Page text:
Gut Feeling

For better skin, take a look at diet first.

Portrait of Tammy Strobel

For better skin, take a look at diet first.

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Would you give up your evening glass of wine or coffee if it meant fresh, healthier skin? More seem to be choosing this route for glowing, younger-looking skin. According to London-based naturopathic doctor and skincare specialist Nigma Talib, our morning lattes could be responsible for the dark rings under our eyes and spots on our chin, while dark deep-seated nasolabial folds may be due to the wine we drink.

This doctor to the stars (Talib’s clients include Sienna Miller and Charlotte Tilbury) is convinced certain foods and alcohol have a direct and often instant impact on our faces. In her book Reverse the Signs of Ageing, she describes key ageing triggers or “digest-ageing” such as dairy, gluten, sugar and alcohol. “What we put into our gut shows up on the face, although they may affect each of us in a different way depending on our constitution.” Convinced of the telltale symptoms, she claims to be able tell the foods a patient eats just by looking at their faces.

Zoning in on wine, Talib explains that “the space between the eyes is associated with the liver, so ‘wine face’ sufferers tend to have deep lines or redness between the brows.” Alcohol dehydrates the skin, accentuating fine lines and wrinkles, while also slowing the production of key enzymes the body uses to fight inflammation, resulting in flushed cheeks and a red nose. High sugar content also damages the skin’s collagen, vital for maintaining elasticity, and accentuates enlarged pores and droopy eyelids.

Talib recommends taking a three-week alcohol break, before adopting the 80/20 rule: abstain from alcohol 80 per cent of the time and enjoy small quantities for the other 20 per cent. Spirits are cleaner if you want to drink, so opt for a gluten-free spirit such as rum, tequila or potato-based vodka. If you crave wine, opt for red instead of white or choose one with less sugar.

As for the backlash against gluten, Talib is adamant that all gluten should be excluded. “It’s not a trend, it’s a problem I’ve been talking about forever and I knew the day would come when the world would listen,” she says. “We are cultivating grains differently now which causes many health problems.” She explains that gliadin, the protein in gluten, breaks down tight junctions in the lining resulting in ‘leaky gut’. “When this happens the body starts to have abnormal responses to foods and people become more sensitive to relatively common foods.”

Some of Talib’s patients suffering from rosacea found it improved, often entirely, once gluten was removed from their diets. “No matter how many supplements you take or how many peels you have, if you have the symptoms of gluten face, then nothing will make your skin look its best, except removing gluten from your diet. Just cut it out, consume more water and fibre and the puffiness will disperse, your skin tone will normalise and your cheekbones will reappear.”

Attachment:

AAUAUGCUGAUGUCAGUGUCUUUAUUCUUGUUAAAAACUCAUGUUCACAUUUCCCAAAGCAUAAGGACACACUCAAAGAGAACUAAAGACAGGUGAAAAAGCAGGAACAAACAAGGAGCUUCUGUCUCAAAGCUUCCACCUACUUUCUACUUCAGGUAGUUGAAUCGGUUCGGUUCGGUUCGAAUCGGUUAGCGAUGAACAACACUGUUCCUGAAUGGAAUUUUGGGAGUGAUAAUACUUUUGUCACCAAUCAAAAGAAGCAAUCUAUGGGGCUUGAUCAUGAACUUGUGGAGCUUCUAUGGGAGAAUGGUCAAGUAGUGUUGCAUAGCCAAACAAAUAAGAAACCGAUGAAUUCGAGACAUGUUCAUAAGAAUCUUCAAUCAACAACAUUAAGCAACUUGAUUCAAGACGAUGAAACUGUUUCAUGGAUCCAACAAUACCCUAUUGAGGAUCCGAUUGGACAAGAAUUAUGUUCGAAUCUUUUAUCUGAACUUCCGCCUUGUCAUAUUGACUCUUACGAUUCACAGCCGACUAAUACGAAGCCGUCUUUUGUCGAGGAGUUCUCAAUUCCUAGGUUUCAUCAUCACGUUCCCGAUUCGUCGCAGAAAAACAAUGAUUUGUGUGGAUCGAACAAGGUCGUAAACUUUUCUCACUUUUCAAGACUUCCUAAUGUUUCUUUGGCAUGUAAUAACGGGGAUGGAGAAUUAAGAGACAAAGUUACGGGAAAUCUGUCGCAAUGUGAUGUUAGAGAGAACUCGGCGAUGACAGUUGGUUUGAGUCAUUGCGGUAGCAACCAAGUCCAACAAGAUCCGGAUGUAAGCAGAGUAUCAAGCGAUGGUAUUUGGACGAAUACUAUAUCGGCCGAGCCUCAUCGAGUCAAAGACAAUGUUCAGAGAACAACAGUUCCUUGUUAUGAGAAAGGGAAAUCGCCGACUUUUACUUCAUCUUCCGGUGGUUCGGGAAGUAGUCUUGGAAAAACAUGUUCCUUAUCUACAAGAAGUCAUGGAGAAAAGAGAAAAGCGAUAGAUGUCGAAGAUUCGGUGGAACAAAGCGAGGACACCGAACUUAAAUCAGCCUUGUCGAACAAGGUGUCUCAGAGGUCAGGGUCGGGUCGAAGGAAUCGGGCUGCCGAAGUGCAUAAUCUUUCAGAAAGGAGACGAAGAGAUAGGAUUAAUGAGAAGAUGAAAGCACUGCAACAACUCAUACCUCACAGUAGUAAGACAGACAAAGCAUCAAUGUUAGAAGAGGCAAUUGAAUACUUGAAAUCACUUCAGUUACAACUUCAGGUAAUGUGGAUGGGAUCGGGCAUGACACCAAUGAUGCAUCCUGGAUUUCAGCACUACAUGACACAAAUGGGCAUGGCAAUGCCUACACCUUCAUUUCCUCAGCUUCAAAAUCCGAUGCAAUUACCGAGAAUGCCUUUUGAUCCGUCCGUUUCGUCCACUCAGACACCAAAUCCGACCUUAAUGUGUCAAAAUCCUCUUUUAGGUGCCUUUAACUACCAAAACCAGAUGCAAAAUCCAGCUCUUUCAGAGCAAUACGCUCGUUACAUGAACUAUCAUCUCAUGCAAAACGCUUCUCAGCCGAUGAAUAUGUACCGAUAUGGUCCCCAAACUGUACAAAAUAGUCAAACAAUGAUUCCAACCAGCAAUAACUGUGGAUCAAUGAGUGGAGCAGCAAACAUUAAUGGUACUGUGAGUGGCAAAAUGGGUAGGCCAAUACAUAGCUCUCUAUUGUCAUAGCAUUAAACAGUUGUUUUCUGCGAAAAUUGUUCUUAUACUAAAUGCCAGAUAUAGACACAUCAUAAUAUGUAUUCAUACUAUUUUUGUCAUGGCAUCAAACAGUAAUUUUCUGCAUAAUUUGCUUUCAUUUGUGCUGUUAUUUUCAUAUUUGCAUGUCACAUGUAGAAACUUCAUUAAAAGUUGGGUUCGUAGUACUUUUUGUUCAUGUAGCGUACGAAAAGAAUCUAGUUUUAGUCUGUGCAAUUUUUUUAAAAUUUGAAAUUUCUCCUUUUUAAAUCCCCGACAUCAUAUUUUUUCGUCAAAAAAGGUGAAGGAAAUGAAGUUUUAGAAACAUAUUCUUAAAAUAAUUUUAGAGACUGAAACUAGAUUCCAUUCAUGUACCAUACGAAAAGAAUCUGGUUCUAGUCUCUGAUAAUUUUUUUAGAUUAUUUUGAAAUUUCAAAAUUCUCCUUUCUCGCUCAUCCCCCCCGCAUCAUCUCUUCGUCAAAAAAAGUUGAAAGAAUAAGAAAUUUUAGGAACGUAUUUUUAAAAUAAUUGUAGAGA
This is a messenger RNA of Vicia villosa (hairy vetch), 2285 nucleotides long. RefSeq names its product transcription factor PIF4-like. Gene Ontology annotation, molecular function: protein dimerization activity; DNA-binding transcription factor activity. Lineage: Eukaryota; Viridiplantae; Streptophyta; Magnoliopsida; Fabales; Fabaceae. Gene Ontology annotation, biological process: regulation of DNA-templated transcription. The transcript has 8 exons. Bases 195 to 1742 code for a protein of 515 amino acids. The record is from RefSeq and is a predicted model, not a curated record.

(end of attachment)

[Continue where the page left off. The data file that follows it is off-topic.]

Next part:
Hong Kong-based acupuncturist and herbalist Jennifer Lewin specialises in functional medicine at the Integrated Medicine Institute, agrees. “For me it’s about getting all the micronutrients we need from our food and if our gut isn’t healthy, these nutrients are really difficult to absorb,” she explains. Lewin has noticed that once gut health is in order, skin automatically looks brighter. “Skin and the gut are intimately related, so to keep skin in optimal condition it is essential to support a healthy gut microbiome. Gluten is inflammatory and can create havoc through the body – it’s not good for the skin, nor the brain or any system.” Furthermore, the skin is part of the body’s detoxification system, so if the liver or other detox pathways are compromised, the skin can become negatively affected.

Lewin recommends a wholefood, nutrient-dense diet, rich in vitamins A, B C and E, zinc, selenium, omega-3 fatty acids. She recommends avoiding inflammatory foods like gluten, refined sugar, alcohol, dairy, yeast, legumes, soy, industrial seed oils (mainly vegetable oils), preservative and additives. “From the Chinese medicine perspective, dairy produces phlegm and is not advised for those with sinus issues. For those who choose to have it, opt for raw dairy or products from grass-fed cows.”

Sugar is top of the naughty list for Justine Grier, aesthetician at Optimal Skin in Hong Kong. “Sugar accelerates ageing, and in excess damages the collagen and elastin fibres resulting in wrinkles and sagging.“ She believes many of her clients are deficient in essential fatty acids, especially those with eczema, severe sensitivity, dryness and dermatitis.

“The cell membrane of the skin is made up of lecithin and lipids so depriving your body of fatty acids weakens the membrane making it impermeable and unable to contain the fluids needed for plump, hydrated skin,” says Grier. “Incorporating a fish oil supplement into the diet is essential to heal skin, while also increasing intake of oilyrich foods like avocado, eggs, fish and nuts. Probiotics and fermented foods like kefir and kombucha also contribute to that healthy glow.” She warns that stimulants like spicy food, caffeine, alcohol and extreme changes in weather can also spike the symptoms of inflammatory skin disorders.

"Gluten is inflammatory and can create havoc through the body"~Jennifer Lewin

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